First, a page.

In Volume 3 of Capital, Marx calls attention to the generative powers of the nonhuman, the human, and social, captured by the forces of land, labor-power, and capital. “It’s an enchanted, topsy-turvy world,” Marx writes, in which specters of land and capital “ghost-walk” through socially-produced environs.
Ciudad Sandino’s history is often told as if punctuated by disaster: a flood, an earthquake, a war, and a hurricane. As ethnographers, we have drawn upon this narrative not because those events are distant points on a timeline leading toward to present, but to remind ourselves that today’s Ciudad Sandino always contains yesterday’s, and yesterday’s the day before.
The pasts that resurface in the soil, the water, or the air, aren’t ghosts or echoes but real and vibrant elements of recursively and socially produced surrounds. We talked about Ciudad Sandino’s plantation past with several of our participants over the years, and each one of them recalled how those memories are fully present, albeit in different ways.
Don Nicho lives on the the outskirts of Ciudad Sandino. Since he acquired the land in return for his service as a Sandinista soldier, Don Nicho has been cultivating his own small garden, planting avocado, lime, nancite, mango, sour orange, and plantain, alongside other intercroppings of flowers and vegetables. Despite Don Nicho’s care and attention, however, sometimes the plants just shrivel up and die for no apparent reason. “It’s the earth,” he explains, exasperated. “It’s contaminated, and it affects everything.”
A health worker called Ysidra added her own analysis. “Every year the wet season is wetter,” she said, “and the dry season is dustier, and I worry about that happens when breathe in that contamination.” She continued, “I always say, we’re inhaling the sins of our past, and it’s hurting us.”
Hector, a mid-level bureaucrat who participated in our NSF workshop series, took an opportunity in one of our group discussions to expound upon the implications of what he called “light industry” setting up shop in a primarily residential environment. He pointed out that the garment factories continue to dump their wastewater into the city’s storm sewers—ditches originally dug to irrigate the Blandón cotton operation. That water still moved around the landscape as if it were a plantation. Cotton is a water-thirsty crop, but cotton processing is a toxic one. Hector now wondered what was leeching back into the aquifer below.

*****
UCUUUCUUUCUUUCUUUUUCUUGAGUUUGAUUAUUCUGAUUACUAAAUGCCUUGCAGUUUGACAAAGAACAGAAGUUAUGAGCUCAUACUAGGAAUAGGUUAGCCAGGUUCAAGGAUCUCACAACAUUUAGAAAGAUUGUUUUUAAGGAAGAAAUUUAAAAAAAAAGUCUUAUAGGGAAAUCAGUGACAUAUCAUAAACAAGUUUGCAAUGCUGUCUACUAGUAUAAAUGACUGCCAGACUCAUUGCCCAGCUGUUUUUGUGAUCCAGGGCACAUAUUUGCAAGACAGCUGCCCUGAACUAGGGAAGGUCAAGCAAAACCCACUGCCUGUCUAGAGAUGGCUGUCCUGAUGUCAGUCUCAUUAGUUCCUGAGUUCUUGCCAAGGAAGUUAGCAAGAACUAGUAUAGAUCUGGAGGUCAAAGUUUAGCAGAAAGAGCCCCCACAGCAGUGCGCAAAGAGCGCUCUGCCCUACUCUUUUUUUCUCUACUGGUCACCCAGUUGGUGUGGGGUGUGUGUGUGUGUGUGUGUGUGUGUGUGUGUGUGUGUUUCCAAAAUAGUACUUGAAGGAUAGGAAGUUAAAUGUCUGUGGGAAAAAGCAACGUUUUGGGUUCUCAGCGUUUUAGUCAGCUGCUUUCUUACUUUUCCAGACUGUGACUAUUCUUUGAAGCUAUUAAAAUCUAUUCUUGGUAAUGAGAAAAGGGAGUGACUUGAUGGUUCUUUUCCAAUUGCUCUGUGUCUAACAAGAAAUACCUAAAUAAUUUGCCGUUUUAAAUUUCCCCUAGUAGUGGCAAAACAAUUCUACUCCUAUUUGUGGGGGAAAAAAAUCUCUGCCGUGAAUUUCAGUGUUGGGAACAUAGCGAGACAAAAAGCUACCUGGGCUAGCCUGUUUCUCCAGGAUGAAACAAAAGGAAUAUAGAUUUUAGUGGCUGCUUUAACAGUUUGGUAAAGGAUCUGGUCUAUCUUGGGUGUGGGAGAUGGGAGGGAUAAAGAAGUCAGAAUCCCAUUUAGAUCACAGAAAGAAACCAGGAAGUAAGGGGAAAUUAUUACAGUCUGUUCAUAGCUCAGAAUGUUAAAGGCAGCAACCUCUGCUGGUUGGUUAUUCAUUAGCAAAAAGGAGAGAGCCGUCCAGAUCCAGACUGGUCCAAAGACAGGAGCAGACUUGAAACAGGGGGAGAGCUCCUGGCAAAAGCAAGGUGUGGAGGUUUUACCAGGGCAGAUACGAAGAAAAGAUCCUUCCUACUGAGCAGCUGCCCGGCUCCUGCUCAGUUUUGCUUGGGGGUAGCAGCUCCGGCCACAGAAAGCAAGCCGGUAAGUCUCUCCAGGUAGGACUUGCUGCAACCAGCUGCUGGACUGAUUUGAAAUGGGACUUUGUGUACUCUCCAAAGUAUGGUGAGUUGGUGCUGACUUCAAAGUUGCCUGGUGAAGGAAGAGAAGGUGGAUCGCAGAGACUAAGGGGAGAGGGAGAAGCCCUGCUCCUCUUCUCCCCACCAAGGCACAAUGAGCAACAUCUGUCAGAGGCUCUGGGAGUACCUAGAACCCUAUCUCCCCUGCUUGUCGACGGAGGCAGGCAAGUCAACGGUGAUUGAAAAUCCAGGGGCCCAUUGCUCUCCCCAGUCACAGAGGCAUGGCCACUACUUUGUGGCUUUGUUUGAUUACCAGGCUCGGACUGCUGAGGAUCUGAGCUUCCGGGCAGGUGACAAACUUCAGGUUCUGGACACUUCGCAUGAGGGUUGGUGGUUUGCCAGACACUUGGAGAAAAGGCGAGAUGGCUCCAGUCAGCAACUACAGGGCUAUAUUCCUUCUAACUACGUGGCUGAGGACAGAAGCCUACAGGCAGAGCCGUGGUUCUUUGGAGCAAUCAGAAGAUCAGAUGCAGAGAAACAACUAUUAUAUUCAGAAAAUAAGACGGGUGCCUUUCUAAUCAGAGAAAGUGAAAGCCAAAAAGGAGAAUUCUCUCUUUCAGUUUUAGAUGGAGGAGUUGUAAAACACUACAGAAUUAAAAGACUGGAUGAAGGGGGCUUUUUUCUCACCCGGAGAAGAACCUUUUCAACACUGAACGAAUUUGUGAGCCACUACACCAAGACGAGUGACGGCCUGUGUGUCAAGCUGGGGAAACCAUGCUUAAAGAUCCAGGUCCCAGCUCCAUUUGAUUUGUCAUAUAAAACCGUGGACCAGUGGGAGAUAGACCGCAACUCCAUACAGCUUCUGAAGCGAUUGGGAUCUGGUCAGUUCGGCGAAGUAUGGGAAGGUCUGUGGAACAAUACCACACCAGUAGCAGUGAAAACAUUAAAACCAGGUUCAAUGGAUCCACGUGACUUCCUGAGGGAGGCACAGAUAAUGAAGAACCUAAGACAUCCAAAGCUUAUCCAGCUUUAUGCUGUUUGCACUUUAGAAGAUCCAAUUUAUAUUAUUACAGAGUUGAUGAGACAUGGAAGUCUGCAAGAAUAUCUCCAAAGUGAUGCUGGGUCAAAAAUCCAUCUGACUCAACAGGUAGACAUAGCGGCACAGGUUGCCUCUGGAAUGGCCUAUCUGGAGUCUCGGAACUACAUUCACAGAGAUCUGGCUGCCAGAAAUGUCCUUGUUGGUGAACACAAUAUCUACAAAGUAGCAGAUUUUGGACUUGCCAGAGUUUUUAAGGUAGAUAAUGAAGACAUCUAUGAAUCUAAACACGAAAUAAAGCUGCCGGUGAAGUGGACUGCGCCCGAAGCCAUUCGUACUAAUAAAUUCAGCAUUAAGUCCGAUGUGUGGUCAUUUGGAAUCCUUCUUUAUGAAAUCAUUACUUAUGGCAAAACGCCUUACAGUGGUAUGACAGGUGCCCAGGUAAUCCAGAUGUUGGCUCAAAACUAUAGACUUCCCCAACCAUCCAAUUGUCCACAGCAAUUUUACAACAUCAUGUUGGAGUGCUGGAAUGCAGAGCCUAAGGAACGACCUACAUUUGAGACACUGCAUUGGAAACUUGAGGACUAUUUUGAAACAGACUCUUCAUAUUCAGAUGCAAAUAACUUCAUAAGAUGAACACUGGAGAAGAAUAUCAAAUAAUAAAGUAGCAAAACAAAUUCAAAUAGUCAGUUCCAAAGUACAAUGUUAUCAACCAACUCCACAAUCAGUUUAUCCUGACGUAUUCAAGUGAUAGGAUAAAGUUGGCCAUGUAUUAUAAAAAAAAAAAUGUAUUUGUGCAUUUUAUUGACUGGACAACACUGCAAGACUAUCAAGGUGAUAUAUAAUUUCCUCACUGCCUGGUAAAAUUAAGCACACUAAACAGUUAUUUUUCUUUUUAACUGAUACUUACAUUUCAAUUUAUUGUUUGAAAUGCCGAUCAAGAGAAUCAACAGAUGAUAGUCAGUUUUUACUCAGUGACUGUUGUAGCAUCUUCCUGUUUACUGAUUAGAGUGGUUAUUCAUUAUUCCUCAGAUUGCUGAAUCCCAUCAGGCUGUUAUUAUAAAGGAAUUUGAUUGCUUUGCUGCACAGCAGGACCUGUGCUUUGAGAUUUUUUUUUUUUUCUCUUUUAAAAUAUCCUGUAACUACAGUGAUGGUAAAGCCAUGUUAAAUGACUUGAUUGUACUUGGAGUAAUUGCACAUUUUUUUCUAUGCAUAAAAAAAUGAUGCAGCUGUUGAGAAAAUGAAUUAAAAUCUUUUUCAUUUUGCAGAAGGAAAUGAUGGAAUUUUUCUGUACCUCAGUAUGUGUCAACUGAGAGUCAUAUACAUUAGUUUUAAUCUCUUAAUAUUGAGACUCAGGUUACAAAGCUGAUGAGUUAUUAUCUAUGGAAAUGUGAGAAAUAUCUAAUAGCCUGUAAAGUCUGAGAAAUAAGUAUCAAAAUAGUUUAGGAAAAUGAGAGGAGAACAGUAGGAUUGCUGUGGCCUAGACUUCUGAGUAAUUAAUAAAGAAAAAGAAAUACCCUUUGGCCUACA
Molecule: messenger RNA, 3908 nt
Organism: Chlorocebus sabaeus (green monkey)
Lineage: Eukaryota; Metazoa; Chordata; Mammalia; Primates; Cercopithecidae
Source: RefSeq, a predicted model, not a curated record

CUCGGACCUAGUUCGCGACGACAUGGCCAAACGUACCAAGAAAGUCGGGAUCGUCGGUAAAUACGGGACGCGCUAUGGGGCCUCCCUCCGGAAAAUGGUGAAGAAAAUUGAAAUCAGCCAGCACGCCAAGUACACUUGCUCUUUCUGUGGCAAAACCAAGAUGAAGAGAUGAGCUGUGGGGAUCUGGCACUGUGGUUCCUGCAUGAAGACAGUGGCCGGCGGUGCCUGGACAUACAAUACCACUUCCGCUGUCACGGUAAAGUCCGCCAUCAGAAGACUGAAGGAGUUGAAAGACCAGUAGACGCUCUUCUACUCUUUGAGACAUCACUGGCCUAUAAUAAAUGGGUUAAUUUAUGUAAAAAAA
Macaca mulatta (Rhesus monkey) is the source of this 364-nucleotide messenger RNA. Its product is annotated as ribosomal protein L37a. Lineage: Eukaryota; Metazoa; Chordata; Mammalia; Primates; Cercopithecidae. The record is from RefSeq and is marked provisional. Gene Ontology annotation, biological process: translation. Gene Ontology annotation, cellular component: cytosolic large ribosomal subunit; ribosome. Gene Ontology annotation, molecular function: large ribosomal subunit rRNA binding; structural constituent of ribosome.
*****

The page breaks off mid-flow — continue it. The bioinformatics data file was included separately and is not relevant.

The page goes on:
Memories of cities are composed of fragments and stitched together as narrative. Sometimes they burst up through the ground itself, between cracks in crumbling concrete. When they are overlain in superposition, as the geological frame of the Plantationocene suggests, they should be understood as co-presences that interact, in the present tense, with a past has been passed into durational present. The Plantationocene needs not appeal to geological terminology. It may rather be one of those “nicks in time” (Grosz 2004) that may put conversations about the past, the present, and critical outlooks on the future into conversation.
The material is based upon work supported by the National Science Foundation under Grant No. 1648667.
Barreto, Pablo Emilio. 2001. Ciudad Sandino: 31 Años. Managua, Nicaragua: Alcaldía de Managua.
Grosz, Elizabeth. 2004. The Nick of Time: Politics, Evolution, and the Untimely. Durham, N.C.: Duke University Press.
Harvey, David. 1990. The Condition of Postmodernity: An Enquiry into the Conditions of Cultural Change. Cambridge, Mass.: Blackwell.
Marx, Karl. 1992. Capital: A Critique of Political Economy. Vol. 3. Translated by David Fernbach. New York: Penguin.
McKittrick, Katherine. 2013. “Plantation Futures.” Small Axe 17, no. 3 (42): 1–15.